• Pastor Mark Steele was my “boss” for many years at Stonebridge Community Church in Menonomee Falls, Wisconsin. He taught me firsthand about the importance of accountability. I learned that one of the most caring questions someone can ask me is “How is your relationship with God?” Is it any wonder that my contemporary romance series is set in the northwest suburbs of Milwaukee, and revolve around a fictional church called Orchard Hill?

If you could plan a dream vacation, one that may seem out of reach, where would you go?

I would return to Great Britian and spend more time visitng and touring. I was there once on a mission trip and didn’t want to come home. I think now that I’m older I would appreciatet the history and sightseeing even more than I did the first time.

If you could choose any profession to follow, what would it be?

I never planned to be an author growing up even though my favorite thing is to read. Being an editor was even further off my radar. But I think that right now I’m where God wants me to be doing both, as well as speaking at conferences. I enjoy my work.

Pick a card, any card-greeting card that is. What is your favourite holiday?

Probably have to say Christmas . . . that’s when I’m most likely to make my own greeting cards. I used to do over 100 of them but with my life busier now, I’ve had to scale that back and don’t make or send out as many as I used to.

2013-02-12_18-35-21_990What is your favourite pet? Dog or cat? Gerbil or snake? Horse or hamster? Or none at all?

I had a dog when I was a child but we had to give it away because I had terrible asthma/allergy issues. Bingo (Babette Suzette) was a silver poodle. I always mourned the fact that I could never have a pet but we did adopt a silly Quaker parrot about 20 years ago. My husband spoiled him terribly and he’s a snotty brat now. Over time, although I still have asthma and allergies, I learned that some animals didn’t make me sick. Two years ago we adoped our Maltese mix from a rescue. Spatzle is now six and sassy and my shadow and while I’m not especially fond of standing outside with him when it is 10 below zero, so he can relieve himself, I do adore him and am so glad he’s part of my life.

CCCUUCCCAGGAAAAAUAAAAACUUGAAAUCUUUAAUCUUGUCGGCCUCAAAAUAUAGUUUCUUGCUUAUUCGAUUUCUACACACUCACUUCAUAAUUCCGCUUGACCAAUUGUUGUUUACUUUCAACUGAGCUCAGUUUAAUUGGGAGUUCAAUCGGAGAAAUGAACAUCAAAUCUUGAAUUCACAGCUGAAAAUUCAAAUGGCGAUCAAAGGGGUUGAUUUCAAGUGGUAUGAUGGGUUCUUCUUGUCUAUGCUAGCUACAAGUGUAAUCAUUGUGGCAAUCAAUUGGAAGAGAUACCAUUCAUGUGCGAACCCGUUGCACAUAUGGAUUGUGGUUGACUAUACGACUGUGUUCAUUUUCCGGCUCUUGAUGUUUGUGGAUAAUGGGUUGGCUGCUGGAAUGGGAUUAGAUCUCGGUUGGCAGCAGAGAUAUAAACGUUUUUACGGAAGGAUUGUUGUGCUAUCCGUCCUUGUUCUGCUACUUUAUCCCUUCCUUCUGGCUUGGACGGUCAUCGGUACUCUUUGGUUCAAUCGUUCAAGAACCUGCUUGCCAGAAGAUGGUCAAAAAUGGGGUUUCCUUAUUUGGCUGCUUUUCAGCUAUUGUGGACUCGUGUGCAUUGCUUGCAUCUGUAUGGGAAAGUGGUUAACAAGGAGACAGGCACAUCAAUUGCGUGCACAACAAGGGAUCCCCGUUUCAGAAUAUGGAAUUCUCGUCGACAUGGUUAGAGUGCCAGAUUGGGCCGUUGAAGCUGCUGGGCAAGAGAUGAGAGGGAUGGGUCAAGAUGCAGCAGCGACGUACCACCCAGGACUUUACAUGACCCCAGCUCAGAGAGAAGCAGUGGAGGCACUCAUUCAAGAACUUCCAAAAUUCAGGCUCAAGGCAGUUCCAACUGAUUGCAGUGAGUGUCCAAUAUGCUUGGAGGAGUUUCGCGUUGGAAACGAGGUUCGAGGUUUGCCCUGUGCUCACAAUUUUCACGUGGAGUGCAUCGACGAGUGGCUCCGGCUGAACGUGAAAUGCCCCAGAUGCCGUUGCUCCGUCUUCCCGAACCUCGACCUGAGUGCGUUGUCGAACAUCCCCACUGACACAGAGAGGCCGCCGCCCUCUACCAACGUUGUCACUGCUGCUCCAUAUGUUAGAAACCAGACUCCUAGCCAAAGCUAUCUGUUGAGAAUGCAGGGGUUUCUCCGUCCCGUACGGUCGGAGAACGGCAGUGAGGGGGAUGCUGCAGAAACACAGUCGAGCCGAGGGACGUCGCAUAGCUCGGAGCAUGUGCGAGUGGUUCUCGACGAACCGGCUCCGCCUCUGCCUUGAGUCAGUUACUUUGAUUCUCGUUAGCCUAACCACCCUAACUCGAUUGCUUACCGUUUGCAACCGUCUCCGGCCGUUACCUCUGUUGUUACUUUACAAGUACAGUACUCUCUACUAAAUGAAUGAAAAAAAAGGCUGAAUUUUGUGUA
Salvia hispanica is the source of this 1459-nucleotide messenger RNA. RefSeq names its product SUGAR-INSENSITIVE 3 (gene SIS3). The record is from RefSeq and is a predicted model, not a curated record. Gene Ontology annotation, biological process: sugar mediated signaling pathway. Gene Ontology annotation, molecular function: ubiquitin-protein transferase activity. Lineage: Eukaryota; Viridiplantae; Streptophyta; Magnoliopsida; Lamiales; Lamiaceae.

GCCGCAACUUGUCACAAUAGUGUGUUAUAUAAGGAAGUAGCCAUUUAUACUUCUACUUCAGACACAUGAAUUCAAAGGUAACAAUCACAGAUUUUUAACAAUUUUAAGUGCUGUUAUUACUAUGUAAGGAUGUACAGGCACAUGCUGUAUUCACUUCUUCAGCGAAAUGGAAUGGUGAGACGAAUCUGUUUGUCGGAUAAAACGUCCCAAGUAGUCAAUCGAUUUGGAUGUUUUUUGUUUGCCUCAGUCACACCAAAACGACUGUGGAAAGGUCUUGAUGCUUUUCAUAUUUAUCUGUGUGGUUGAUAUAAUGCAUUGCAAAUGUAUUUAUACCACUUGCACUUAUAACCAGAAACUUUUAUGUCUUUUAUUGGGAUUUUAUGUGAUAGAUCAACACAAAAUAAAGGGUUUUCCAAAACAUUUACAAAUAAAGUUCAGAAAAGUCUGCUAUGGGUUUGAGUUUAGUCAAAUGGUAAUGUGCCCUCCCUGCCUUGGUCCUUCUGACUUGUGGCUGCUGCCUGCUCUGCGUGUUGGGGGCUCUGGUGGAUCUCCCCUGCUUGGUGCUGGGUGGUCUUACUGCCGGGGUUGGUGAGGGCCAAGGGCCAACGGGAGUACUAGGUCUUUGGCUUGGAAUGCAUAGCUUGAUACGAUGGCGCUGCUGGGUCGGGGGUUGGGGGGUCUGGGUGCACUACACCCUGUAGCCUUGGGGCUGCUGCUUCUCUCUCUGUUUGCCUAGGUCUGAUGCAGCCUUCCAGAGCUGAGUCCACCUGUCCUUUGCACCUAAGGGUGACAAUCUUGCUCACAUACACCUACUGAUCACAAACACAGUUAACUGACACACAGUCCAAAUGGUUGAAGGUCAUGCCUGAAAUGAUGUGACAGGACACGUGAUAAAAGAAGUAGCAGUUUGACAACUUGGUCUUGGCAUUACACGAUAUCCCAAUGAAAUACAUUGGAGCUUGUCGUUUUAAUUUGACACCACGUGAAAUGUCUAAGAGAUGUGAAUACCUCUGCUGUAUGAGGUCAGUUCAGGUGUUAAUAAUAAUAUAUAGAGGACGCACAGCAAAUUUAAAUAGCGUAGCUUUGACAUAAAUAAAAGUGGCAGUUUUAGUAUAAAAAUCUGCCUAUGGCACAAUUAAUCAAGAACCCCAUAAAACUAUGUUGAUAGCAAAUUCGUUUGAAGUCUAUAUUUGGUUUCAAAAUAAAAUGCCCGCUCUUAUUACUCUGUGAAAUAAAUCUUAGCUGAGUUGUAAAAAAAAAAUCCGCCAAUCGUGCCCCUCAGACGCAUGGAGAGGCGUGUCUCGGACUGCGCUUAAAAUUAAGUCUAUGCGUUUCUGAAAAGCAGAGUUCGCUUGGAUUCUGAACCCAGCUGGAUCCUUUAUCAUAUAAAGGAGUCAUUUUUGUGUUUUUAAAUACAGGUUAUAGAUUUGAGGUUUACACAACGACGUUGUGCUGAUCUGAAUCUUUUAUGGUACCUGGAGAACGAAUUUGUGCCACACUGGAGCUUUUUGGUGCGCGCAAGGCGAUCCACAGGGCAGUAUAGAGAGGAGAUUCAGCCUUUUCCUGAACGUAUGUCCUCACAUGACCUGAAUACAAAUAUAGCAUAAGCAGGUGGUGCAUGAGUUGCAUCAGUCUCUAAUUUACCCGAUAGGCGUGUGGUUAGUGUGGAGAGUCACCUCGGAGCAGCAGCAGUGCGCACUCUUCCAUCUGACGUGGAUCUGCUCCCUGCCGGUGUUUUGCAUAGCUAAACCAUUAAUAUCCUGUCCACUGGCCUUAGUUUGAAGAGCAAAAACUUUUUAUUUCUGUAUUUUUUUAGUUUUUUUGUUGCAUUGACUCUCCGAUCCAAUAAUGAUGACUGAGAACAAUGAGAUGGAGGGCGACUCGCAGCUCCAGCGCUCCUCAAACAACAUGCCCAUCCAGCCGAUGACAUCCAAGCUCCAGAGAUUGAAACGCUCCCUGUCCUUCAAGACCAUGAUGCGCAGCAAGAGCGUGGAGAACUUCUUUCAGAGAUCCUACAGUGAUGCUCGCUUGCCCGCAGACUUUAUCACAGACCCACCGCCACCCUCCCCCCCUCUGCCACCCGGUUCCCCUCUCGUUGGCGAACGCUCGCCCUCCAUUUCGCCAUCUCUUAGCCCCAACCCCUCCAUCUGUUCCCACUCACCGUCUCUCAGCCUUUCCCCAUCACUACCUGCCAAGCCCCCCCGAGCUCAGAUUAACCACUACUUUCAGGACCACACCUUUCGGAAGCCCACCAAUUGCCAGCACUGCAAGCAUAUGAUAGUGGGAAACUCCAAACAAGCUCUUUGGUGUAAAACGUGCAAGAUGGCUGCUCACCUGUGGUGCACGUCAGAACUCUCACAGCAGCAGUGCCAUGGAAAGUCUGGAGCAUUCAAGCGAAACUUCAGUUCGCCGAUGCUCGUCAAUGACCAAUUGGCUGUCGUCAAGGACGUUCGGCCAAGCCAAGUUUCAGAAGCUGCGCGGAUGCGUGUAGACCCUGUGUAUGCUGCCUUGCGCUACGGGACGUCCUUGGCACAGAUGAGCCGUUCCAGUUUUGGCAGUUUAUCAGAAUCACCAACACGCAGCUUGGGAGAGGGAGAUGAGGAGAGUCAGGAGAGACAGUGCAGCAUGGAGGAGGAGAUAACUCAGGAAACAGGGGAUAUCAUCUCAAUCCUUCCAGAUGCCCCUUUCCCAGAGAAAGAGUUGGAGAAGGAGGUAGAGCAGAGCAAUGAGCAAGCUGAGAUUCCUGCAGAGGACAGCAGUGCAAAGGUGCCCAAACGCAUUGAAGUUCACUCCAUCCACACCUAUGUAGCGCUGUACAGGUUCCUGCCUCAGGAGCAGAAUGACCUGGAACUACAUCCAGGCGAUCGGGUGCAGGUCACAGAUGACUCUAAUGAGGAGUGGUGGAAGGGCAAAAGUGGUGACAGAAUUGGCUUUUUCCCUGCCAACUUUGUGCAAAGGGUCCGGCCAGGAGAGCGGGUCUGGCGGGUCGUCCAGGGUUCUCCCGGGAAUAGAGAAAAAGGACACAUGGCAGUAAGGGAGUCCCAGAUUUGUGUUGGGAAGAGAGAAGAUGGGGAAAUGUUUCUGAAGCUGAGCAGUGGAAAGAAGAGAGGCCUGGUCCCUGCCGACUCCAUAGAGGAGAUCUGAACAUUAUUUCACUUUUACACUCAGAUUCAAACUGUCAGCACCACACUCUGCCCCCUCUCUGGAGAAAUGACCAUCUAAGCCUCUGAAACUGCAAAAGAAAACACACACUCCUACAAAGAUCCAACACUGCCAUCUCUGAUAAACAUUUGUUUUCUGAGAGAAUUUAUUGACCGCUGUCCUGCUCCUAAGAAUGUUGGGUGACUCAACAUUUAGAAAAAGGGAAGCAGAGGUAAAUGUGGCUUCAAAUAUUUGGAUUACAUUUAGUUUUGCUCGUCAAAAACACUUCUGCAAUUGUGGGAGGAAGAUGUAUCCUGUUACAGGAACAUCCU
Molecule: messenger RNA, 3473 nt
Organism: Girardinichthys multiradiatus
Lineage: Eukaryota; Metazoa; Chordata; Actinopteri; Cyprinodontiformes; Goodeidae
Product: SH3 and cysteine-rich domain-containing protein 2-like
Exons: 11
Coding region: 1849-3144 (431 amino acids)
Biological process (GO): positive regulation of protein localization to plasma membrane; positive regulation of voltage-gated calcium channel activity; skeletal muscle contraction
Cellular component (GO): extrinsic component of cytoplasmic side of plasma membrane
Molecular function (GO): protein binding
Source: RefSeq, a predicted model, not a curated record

What one thing would you like to see happen in 2015?

My novel, Pesto and Potholes releases March 25, 2015, and I’m thrilled and terrified. I’ve written many books and this is my debut novel, and I think of all I’ve written, this one has more of “me” in it than any other. I hope readers will fall in love with Renata and Tony and find inspiration for their own walk with God in the “potholes” of their own lives. While it would be nice to sell lots of books, I think the greater reward is knowing that something you wrote impacted someone in a positive way. Having someone draw closer to God, is the greater, if intangible, reward.

My ten questions: 

1.  It’s a new year. Do you make resolutions or do you do the ‘one word’ concept? Care to share what either of them are?

2. If you could revisit any time in history, here would you go? What is happening?

3. Favorite beverage?

4. What’s your favorite social media? Facebook, Twitter, Google+ or something else. Why?

5. What is your favorite day/time of the week and why?

6. If you listen to music as you write, what is it?

7. It’s time to celebrate your birthday, what do you plan?

8. What is your most important role in life?

9. Are you a Princess or a Tomboy?

10. What kind of legacy do you hope to leave behind with your writing?

Writer Wednesday with Becky Wade

my stubborn heartBecky Wade quickly became one of my  favorite Contemporary inspirational authors with her debut novel, My Stubborn Heart which has become a cherished book read multiple times. I’ve enjoyed her subsequent novels as well. It is an honor to have her on my blog today!

When did you decided that you would be an author? Was it something you fell into, felt called to… ?